Deltares and the World Bank: examples of close collaboration in the Philippines

Deltares is a leading independent institute for applied research and high-end consultancy, operating worldwide in the field of water and subsurface. More than 800 specialists develop innovative insights to make living safe, sustainable and economically successful. Through many collaborative missions, seminars and projects Deltares shares its breakthroughs on Flood Risk Management, Environment, Water and Subsoil Resources, Delta Infrastructure, Adaptive Delta Planning and advanced Software Products with the World Bank.

Through the Water Partnership Program (WPP, a joint partnership between the World Bank and the Governments of the Netherlands) Deltares has supported the World Bank in the Philippines by providing technical assistance on dredging operations in river basins, developing advanced flood inundation models (using Lidar datasets) meanwhile capacitating local engineers in advanced modeling techniques. Another project included a coastal engineering study to prevent flooding in Manila and carrying out detailed assessments on upgrading of pumping stations in Manila.

The following two examples of Technical Assistance projects in the Philippines illustrate great potential for water resources planning studies elsewhere.

Developing guidelines for river basin planning (2015 – 2016)

Growing demands for water coupled with increasing droughts and floods, degradation of river basins and climate change is leading to an increased need to manage water resources efficiently and effectively from a quantity and quality point of view. The increased pressure on water resources exacerbates conflict over competing uses of water for irrigation, hydropower, urban water supply, fisheries and the environment.  There are more than 400 complex and unique river basins in the Philippines, including 18 major basins which are major drivers for economic development. Given the archipelagic nature and decentralized government structure of the country, a strong planning framework is required based on Integrated Water Resources Management (IWRM) principles and processes.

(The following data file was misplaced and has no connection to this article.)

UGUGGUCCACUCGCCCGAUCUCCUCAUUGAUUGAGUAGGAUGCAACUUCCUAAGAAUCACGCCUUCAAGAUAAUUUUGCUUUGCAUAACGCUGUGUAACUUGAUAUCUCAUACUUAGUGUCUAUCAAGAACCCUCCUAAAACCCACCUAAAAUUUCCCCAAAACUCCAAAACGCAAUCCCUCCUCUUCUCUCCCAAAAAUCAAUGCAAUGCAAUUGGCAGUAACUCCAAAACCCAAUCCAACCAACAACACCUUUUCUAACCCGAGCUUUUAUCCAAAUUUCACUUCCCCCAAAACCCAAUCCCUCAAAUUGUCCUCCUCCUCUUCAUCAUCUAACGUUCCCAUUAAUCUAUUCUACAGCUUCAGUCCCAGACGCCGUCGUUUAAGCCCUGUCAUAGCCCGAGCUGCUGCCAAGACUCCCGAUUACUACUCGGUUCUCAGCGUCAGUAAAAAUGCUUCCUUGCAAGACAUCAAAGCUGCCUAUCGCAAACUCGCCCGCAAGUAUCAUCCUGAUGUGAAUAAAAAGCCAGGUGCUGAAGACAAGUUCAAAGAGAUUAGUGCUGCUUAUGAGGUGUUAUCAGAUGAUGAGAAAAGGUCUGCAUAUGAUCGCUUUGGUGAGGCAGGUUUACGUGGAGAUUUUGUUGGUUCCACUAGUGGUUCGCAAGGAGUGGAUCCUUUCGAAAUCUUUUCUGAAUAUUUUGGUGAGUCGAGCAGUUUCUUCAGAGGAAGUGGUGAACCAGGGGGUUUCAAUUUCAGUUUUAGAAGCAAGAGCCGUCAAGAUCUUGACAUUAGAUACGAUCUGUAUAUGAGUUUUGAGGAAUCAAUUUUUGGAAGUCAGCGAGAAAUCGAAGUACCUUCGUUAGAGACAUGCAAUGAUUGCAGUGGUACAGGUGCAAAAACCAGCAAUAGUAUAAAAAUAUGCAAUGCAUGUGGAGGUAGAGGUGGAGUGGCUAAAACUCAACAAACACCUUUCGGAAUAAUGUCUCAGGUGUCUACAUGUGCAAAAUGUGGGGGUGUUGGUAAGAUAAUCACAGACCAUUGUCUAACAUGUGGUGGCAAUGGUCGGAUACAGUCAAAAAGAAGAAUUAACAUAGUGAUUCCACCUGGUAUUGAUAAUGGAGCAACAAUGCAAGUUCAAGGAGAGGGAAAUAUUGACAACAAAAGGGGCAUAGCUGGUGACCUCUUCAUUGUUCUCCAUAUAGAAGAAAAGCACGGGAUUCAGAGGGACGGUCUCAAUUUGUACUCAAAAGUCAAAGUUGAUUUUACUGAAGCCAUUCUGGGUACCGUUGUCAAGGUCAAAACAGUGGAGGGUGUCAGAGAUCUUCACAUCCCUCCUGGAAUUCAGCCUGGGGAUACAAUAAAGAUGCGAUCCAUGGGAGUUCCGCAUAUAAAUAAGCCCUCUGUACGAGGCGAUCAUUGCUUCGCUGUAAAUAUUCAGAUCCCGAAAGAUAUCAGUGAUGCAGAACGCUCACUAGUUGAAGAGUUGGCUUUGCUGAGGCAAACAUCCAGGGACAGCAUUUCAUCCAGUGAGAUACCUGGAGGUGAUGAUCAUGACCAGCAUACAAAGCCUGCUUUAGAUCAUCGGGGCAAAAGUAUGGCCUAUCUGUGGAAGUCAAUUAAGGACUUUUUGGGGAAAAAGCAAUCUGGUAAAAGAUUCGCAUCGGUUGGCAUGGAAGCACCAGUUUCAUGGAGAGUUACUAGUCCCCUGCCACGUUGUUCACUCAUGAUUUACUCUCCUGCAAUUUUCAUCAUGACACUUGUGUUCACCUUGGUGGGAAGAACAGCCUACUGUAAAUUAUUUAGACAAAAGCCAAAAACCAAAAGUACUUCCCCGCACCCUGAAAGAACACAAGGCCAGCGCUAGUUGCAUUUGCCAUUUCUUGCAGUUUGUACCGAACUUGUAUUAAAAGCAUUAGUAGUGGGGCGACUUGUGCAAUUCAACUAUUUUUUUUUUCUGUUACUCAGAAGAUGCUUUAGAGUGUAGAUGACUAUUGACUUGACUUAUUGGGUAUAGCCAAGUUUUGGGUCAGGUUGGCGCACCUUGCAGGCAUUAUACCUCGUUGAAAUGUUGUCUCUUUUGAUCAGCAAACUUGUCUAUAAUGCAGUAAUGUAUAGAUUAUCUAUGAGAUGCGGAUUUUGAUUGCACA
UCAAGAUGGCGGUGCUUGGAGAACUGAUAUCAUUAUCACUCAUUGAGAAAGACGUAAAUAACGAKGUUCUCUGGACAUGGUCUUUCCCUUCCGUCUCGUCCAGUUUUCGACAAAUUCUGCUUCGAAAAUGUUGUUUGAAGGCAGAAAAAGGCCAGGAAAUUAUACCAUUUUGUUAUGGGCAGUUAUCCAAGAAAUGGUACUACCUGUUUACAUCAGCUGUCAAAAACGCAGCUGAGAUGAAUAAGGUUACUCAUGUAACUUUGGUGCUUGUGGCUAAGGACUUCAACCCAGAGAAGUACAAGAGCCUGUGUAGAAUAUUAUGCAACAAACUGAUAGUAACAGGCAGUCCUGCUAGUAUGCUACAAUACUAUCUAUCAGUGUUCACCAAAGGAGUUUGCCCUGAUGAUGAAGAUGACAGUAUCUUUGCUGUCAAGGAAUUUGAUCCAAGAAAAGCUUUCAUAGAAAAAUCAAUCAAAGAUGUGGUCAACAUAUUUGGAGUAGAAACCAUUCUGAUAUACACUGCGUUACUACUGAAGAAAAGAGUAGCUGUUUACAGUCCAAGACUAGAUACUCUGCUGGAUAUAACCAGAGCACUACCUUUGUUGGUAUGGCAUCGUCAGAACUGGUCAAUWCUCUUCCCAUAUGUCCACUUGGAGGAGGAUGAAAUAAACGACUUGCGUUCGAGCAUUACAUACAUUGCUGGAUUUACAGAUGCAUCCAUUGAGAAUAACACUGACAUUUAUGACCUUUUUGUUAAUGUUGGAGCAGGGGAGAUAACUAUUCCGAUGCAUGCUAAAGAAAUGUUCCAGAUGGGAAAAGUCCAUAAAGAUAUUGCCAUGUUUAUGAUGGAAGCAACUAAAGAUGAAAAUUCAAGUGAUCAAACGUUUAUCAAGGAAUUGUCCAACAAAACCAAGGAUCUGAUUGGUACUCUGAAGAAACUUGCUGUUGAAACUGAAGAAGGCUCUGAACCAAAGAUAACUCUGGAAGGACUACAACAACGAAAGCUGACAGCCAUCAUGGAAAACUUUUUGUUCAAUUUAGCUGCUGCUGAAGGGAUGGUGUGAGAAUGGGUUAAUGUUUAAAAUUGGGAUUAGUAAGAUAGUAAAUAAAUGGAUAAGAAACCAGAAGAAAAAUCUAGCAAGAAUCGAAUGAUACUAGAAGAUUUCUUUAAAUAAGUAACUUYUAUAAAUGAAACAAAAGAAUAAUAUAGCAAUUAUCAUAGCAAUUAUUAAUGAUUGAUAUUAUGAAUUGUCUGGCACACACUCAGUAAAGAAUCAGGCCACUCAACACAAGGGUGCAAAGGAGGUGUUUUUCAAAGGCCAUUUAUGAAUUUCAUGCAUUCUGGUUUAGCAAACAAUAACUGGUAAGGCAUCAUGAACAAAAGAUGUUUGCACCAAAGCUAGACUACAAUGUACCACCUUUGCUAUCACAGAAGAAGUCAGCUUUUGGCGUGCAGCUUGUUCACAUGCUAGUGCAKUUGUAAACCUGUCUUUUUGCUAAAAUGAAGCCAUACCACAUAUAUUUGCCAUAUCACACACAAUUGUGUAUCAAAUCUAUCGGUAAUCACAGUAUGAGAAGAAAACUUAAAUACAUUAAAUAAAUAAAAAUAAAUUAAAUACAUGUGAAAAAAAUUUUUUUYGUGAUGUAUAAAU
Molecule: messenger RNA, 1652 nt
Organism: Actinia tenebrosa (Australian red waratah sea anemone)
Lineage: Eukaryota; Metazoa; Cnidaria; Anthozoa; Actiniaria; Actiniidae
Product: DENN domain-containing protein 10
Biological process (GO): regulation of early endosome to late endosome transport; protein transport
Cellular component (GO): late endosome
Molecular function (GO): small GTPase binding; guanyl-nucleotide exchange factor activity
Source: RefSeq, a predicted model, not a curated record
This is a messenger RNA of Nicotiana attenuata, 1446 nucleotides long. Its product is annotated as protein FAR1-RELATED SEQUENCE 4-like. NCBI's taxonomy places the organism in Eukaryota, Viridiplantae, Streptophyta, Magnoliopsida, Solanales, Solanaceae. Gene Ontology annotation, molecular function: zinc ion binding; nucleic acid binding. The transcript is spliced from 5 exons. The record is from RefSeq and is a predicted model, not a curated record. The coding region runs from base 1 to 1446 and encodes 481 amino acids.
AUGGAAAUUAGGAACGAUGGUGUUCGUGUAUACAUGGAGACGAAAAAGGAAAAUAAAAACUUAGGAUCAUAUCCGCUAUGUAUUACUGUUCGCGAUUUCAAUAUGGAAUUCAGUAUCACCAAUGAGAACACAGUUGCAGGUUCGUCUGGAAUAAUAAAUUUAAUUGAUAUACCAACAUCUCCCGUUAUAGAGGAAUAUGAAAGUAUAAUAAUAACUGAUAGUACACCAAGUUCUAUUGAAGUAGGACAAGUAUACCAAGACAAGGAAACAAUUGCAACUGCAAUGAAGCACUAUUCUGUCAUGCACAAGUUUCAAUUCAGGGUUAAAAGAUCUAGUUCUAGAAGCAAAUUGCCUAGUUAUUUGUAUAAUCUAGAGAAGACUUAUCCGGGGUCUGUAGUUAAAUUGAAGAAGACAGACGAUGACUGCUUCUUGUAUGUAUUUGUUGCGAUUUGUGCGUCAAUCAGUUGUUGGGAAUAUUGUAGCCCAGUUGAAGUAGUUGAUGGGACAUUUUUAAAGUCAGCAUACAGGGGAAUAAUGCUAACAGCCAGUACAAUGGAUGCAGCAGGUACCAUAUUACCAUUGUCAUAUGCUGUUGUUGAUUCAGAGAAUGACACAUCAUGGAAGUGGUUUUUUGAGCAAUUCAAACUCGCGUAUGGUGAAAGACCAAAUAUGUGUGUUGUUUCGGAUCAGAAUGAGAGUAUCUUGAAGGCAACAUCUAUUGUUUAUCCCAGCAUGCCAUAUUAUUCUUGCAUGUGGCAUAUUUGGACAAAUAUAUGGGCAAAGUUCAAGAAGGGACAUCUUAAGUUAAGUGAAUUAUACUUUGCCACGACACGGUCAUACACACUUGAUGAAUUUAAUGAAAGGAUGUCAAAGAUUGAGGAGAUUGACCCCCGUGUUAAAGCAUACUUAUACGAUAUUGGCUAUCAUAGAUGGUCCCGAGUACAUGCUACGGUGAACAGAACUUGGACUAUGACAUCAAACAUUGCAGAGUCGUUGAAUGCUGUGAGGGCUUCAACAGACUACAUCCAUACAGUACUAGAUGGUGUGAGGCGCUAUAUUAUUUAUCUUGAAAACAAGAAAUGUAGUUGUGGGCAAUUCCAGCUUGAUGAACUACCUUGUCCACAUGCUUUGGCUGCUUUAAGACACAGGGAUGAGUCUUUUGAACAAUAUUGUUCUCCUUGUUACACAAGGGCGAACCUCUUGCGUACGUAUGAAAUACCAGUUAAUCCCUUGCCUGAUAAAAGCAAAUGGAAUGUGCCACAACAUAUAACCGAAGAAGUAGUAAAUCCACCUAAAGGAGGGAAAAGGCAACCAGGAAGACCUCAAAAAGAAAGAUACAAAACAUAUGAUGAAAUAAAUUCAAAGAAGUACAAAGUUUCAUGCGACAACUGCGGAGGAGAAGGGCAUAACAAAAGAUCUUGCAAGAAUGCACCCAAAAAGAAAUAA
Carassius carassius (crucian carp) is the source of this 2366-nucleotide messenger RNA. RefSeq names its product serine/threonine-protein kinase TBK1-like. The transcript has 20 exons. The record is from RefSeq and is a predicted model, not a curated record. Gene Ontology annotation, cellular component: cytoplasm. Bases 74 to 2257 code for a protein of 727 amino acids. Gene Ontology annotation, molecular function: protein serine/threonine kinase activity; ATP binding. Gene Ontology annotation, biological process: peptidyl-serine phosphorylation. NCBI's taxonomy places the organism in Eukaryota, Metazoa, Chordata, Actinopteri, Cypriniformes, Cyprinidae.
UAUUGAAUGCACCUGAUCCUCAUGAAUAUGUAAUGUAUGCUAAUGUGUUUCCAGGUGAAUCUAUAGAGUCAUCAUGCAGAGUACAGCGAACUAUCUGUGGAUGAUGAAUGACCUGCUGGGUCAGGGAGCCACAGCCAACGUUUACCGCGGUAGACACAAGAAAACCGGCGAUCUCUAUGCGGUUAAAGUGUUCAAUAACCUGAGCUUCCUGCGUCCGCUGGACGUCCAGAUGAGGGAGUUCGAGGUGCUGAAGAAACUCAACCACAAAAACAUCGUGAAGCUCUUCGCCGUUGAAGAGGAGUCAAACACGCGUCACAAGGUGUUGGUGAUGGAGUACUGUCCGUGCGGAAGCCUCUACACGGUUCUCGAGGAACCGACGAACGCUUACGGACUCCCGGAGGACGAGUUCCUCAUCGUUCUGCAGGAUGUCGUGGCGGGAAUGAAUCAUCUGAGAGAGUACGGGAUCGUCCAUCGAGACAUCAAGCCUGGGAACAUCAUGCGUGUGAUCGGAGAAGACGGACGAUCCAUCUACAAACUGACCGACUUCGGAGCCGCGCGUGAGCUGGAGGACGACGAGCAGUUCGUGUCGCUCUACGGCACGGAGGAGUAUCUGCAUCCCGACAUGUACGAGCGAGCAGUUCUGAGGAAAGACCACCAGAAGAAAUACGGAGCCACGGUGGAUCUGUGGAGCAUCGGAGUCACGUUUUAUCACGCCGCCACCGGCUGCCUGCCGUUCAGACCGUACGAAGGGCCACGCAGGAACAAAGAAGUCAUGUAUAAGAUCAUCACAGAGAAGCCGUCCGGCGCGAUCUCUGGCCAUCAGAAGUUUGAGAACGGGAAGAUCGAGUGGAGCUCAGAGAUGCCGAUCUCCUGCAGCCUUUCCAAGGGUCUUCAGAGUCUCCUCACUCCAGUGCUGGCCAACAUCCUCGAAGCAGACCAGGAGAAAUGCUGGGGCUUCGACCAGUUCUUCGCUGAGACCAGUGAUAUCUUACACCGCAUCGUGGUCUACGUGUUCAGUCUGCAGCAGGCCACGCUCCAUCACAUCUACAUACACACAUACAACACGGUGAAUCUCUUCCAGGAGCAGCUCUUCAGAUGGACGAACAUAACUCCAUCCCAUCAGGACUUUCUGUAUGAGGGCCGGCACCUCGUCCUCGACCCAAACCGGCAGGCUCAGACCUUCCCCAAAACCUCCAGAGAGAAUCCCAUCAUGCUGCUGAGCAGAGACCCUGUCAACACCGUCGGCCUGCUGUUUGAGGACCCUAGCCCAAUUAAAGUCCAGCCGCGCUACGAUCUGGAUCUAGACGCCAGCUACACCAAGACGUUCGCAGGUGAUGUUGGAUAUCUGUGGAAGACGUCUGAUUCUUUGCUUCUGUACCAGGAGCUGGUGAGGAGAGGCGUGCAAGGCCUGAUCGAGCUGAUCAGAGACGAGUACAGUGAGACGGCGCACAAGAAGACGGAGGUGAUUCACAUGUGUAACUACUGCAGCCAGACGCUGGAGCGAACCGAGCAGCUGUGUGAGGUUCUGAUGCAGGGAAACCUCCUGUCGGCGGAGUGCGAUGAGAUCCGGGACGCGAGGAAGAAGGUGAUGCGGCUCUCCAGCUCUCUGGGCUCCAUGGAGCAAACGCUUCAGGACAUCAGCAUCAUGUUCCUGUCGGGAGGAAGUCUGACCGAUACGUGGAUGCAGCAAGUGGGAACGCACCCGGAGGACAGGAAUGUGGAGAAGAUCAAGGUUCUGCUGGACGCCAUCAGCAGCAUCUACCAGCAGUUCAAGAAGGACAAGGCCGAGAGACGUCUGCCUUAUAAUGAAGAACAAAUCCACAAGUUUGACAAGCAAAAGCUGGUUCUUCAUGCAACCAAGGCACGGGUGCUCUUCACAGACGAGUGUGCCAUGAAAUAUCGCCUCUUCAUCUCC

The IWRM guidelines as developed in this Deltares led WPP study will help realizing major reforms in the Water Sector. It was recognized that there is a need to: (1) Increase the capacity of the responsible government agencies in investment planning based on IWRM principles; (2) Develop high quality and consistent River Basin Plans to ensure that IWRM approaches in investment planning are adopted across the Philippines; and (3) Consolidate local experiences across the archipelago to understand differing issues, constraints and opportunities. Such a comprehensive, collaborative approach to water will help set clear and widely accepted priorities and provide a solid framework for planning, investment and implementation of effective, feasible and sustainable interventions now and in the future.

Usually, a project-based approach is followed in the Philippines. Such approach is straightforward and easy to implement. This approach does not consider the (positive and negative) interaction of the project with other projects. The interaction is taken into account when a package of projects is considered. However, the overall system is not yet integrated and not yet optimized. In a traditional master planning approach the projects are implemented as components of an integrated strategy. The implementation of the strategy includes an optimization of the various projects over the planning period which usually is between 15 and 40 years for which a cost-benefit analysis applies. However, such a master planning approach does not consider the long-term uncertainties that are involved in socio-economic developments and climate change. To avoid future regret a planning period of up to 100 years may need to be considered. As the life-time of most structural measures (dikes, floodways, reservoirs, etc.) are designed for a period of 50 – 100 years, it is wise to incorporate future uncertainties in boundary conditions in their designs and make them part of a dynamic strategy. The adaptive approach does not only tell us what to do now but also gives us directions on what to do when the conditions develop differently and as such alternative strategies need to be considered.